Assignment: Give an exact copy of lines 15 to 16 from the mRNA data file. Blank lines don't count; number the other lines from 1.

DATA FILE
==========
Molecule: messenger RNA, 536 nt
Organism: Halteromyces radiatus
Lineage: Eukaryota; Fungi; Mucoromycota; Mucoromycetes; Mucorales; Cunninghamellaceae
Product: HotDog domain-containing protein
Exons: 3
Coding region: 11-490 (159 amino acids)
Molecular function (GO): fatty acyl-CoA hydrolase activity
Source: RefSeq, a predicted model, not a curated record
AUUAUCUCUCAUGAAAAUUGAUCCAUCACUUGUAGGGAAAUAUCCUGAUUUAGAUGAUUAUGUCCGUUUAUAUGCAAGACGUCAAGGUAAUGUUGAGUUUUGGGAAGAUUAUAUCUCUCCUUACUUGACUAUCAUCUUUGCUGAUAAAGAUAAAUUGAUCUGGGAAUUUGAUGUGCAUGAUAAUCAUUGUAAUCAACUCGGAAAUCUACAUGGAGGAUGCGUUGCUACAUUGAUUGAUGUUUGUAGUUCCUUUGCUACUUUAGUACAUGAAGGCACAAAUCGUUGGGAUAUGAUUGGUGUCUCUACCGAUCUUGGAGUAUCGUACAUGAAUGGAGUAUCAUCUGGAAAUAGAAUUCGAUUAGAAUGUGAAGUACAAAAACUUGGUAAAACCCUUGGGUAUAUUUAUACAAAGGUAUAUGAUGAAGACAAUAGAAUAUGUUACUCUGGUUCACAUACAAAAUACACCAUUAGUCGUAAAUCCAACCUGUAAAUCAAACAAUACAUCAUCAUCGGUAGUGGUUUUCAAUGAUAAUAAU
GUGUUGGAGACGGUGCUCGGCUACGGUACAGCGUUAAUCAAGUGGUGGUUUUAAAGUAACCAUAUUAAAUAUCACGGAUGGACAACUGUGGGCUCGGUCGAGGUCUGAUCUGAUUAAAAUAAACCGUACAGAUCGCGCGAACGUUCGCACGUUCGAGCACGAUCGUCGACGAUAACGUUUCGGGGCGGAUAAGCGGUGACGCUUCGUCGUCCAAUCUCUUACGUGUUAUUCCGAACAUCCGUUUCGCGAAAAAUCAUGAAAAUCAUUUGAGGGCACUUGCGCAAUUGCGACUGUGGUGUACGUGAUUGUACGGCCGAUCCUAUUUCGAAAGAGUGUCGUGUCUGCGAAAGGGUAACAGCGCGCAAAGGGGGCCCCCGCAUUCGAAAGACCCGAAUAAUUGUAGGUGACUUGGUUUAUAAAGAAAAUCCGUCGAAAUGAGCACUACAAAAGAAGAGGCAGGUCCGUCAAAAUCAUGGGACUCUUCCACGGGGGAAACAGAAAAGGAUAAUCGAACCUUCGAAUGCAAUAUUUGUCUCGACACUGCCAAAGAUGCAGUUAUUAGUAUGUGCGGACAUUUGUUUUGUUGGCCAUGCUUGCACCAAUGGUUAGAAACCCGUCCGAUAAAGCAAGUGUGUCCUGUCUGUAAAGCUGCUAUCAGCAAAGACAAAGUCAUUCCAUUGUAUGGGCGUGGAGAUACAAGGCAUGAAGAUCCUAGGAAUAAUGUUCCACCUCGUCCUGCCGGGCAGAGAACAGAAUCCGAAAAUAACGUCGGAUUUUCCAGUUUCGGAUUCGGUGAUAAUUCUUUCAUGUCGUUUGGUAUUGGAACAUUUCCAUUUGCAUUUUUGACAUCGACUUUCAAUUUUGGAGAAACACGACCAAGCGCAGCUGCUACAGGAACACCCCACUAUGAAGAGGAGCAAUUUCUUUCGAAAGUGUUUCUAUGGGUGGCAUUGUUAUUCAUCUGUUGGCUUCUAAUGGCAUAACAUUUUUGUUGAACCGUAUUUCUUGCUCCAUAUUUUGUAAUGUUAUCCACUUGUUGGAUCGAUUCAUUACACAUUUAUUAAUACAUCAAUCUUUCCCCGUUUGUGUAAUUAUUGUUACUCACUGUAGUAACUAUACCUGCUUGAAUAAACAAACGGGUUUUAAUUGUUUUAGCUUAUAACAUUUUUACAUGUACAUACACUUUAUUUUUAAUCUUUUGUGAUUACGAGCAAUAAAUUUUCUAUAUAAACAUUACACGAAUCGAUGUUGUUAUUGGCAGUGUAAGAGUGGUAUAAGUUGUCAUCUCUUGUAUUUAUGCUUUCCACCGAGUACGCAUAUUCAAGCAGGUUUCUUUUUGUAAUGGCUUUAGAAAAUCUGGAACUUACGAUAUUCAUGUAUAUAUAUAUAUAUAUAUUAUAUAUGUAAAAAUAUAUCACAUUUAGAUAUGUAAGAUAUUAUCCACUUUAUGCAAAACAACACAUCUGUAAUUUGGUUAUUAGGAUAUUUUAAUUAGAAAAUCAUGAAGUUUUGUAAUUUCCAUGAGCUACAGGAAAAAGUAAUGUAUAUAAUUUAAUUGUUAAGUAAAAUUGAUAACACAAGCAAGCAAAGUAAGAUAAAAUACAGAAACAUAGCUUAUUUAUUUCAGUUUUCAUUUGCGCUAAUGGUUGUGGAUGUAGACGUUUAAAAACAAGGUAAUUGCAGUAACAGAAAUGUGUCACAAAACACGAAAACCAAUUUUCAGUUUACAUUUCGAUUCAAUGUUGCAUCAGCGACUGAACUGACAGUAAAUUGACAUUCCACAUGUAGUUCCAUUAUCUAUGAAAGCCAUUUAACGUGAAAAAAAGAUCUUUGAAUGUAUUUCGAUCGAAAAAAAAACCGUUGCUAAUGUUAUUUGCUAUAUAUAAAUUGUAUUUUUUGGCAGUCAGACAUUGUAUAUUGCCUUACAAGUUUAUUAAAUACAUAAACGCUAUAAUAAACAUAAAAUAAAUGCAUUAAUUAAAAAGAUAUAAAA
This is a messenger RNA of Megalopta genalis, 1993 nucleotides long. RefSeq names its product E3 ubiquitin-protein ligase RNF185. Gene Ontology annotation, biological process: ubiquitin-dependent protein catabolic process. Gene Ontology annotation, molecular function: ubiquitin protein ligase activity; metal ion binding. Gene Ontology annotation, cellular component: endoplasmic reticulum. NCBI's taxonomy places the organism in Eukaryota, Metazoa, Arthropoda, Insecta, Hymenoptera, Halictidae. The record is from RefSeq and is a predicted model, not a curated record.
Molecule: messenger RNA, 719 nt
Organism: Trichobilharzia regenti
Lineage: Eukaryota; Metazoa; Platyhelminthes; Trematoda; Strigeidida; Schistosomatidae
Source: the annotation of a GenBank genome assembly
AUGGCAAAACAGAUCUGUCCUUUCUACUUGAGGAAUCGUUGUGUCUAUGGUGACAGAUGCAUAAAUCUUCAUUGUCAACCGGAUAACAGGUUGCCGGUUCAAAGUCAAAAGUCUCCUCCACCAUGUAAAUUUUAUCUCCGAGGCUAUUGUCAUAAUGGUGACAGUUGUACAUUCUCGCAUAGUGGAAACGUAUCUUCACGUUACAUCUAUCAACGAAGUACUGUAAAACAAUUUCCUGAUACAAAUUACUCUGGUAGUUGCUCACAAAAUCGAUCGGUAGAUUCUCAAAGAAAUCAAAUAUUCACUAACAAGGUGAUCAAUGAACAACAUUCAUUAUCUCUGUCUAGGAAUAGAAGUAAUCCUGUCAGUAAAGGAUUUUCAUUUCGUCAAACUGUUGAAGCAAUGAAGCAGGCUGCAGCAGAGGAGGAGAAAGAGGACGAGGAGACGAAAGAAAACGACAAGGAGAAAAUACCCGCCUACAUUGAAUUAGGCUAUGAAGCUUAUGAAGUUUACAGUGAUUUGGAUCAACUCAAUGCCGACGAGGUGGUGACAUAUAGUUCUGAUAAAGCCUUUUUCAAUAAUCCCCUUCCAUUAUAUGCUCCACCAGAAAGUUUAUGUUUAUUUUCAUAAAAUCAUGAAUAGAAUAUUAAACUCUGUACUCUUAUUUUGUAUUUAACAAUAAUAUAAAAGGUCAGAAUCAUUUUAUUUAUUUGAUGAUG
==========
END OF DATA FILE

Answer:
Source: the annotation of a GenBank genome assembly
AUGGCAAAACAGAUCUGUCCUUUCUACUUGAGGAAUCGUUGUGUCUAUGGUGACAGAUGCAUAAAUCUUCAUUGUCAACCGGAUAACAGGUUGCCGGUUCAAAGUCAAAAGUCUCCUCCACCAUGUAAAUUUUAUCUCCGAGGCUAUUGUCAUAAUGGUGACAGUUGUACAUUCUCGCAUAGUGGAAACGUAUCUUCACGUUACAUCUAUCAACGAAGUACUGUAAAACAAUUUCCUGAUACAAAUUACUCUGGUAGUUGCUCACAAAAUCGAUCGGUAGAUUCUCAAAGAAAUCAAAUAUUCACUAACAAGGUGAUCAAUGAACAACAUUCAUUAUCUCUGUCUAGGAAUAGAAGUAAUCCUGUCAGUAAAGGAUUUUCAUUUCGUCAAACUGUUGAAGCAAUGAAGCAGGCUGCAGCAGAGGAGGAGAAAGAGGACGAGGAGACGAAAGAAAACGACAAGGAGAAAAUACCCGCCUACAUUGAAUUAGGCUAUGAAGCUUAUGAAGUUUACAGUGAUUUGGAUCAACUCAAUGCCGACGAGGUGGUGACAUAUAGUUCUGAUAAAGCCUUUUUCAAUAAUCCCCUUCCAUUAUAUGCUCCACCAGAAAGUUUAUGUUUAUUUUCAUAAAAUCAUGAAUAGAAUAUUAAACUCUGUACUCUUAUUUUGUAUUUAACAAUAAUAUAAAAGGUCAGAAUCAUUUUAUUUAUUUGAUGAUG